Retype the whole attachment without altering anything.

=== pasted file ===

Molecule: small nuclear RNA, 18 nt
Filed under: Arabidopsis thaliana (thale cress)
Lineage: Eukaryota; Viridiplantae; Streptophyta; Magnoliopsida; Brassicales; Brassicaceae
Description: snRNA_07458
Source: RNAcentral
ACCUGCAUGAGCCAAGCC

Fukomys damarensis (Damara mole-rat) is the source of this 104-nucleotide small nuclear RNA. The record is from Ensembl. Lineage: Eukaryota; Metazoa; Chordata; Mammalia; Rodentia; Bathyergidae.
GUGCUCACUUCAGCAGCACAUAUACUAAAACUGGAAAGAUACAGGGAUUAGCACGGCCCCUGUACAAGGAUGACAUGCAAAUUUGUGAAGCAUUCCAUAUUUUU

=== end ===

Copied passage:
Molecule: small nuclear RNA, 18 nt
Filed under: Arabidopsis thaliana (thale cress)
Lineage: Eukaryota; Viridiplantae; Streptophyta; Magnoliopsida; Brassicales; Brassicaceae
Description: snRNA_07458
Source: RNAcentral
ACCUGCAUGAGCCAAGCC

Fukomys damarensis (Damara mole-rat) is the source of this 104-nucleotide small nuclear RNA. The record is from Ensembl. Lineage: Eukaryota; Metazoa; Chordata; Mammalia; Rodentia; Bathyergidae.
GUGCUCACUUCAGCAGCACAUAUACUAAAACUGGAAAGAUACAGGGAUUAGCACGGCCCCUGUACAAGGAUGACAUGCAAAUUUGUGAAGCAUUCCAUAUUUUU